I even tried a version with a pre-proceesing step where I parsed all the information from a comment and build a header with C structures that would be included when a test is compiled, but that overly complicated the build.

So in the end I settled down for a middle ground, which is having requirements encoded in a C structures and documentation stored in a comments. I'm not 100% decided on the current split though.

[The JSON file is currently] 52Kb in size. I would expect that it will grow a bit when we add more documentation to tests etc, but it would be still in a single digits of megabytes, which I do consider small enough.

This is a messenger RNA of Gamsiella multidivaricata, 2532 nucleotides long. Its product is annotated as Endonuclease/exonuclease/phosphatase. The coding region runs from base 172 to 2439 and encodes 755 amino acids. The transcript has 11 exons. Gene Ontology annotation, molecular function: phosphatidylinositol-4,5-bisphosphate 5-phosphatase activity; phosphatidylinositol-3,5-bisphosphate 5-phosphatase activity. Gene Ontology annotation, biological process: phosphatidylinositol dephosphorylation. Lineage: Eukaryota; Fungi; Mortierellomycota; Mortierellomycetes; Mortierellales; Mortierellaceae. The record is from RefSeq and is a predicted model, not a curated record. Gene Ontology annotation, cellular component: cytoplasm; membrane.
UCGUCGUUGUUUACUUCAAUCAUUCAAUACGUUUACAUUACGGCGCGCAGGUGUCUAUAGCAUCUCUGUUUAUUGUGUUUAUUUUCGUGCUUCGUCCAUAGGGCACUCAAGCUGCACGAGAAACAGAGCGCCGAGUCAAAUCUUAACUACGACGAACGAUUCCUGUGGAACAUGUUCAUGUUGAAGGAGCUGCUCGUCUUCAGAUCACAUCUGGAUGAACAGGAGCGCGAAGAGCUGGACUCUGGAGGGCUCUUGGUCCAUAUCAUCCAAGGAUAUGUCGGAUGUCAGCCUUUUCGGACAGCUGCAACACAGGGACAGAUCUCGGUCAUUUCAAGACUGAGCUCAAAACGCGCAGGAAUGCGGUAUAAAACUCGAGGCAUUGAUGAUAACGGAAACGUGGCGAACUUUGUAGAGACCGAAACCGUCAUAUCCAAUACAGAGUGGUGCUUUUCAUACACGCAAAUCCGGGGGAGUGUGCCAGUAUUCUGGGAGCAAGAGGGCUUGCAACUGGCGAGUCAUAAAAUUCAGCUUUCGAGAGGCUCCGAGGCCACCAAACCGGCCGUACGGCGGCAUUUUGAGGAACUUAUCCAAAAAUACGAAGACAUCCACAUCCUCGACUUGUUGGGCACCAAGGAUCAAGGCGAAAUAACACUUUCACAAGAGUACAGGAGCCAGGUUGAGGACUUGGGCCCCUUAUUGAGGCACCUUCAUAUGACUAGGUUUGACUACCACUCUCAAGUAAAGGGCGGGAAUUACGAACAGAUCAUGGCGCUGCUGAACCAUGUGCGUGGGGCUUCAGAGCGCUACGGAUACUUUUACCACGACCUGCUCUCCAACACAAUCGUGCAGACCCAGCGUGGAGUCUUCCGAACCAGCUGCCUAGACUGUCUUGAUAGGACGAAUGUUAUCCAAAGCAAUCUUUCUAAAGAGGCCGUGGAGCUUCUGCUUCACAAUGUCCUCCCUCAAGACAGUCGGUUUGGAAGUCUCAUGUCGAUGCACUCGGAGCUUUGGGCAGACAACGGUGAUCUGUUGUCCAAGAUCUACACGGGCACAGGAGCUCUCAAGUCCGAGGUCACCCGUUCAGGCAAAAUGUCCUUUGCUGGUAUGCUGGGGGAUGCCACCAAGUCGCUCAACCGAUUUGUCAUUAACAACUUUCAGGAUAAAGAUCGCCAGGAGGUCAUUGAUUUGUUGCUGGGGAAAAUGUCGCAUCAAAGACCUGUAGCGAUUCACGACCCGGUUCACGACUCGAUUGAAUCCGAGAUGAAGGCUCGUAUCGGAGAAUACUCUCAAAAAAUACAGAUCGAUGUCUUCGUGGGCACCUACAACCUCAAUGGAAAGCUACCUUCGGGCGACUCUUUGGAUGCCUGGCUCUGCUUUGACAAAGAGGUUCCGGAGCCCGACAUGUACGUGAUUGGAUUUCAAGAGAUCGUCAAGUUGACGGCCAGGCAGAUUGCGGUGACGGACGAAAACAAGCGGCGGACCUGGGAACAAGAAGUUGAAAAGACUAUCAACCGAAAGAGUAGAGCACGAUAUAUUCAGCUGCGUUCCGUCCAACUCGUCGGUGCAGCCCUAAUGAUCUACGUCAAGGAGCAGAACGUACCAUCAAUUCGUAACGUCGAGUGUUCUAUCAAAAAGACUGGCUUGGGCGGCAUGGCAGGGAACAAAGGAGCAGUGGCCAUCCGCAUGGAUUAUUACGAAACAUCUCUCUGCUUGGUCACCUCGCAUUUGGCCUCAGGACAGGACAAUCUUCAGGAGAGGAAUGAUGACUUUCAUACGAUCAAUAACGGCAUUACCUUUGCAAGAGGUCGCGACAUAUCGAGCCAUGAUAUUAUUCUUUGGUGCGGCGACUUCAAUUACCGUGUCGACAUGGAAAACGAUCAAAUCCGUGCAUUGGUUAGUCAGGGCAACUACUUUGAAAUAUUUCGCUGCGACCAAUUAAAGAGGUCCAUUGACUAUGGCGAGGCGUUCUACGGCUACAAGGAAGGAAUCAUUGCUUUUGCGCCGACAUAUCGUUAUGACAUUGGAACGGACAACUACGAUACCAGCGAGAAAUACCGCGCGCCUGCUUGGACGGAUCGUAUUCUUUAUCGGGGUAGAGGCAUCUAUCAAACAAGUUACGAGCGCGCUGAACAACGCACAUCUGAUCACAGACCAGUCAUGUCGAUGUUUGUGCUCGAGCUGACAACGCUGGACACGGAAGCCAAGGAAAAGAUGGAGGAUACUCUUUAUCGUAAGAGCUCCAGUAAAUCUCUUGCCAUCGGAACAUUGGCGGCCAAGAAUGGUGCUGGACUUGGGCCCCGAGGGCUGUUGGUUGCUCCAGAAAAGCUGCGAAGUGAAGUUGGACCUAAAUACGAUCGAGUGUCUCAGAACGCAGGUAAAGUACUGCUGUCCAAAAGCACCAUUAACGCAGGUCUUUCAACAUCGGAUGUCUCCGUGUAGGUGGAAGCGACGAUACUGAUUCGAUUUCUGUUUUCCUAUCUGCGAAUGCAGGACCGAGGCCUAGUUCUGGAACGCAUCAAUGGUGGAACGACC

And given that I want to get rid of runtest files the idea is to build the database of all tests during the LTP build and install the file along with LTP. Then the testrunner will make subsets of tests based on that file and on some information supplied by user, e.g. tag, wildcard, etc. So the plan is that the testrunner will always get the full JSON.



  • need_modules: true
  • need_memory: 8G
  • need_cpu: 4
  • need_x: true
  • need_kconfig: CONFIG_MD_RAID456
  • need_kconfig: CONFIG_FTRACE=y
  • need_kconfig:
  • avoid_nfs: 1
  • need_kconfig (list of strings)


There seems to be some kind of calculated need_kconfig: This is from lkp-test/include/fs1/OTHERS <%=

   case ___
   when /cifs|cramfs|logfs|squashfs/
       "need_kconfig: CONFIG_#{___.upcase}"
       "need_kconfig: CONFIG_#{___.upcase}_FS"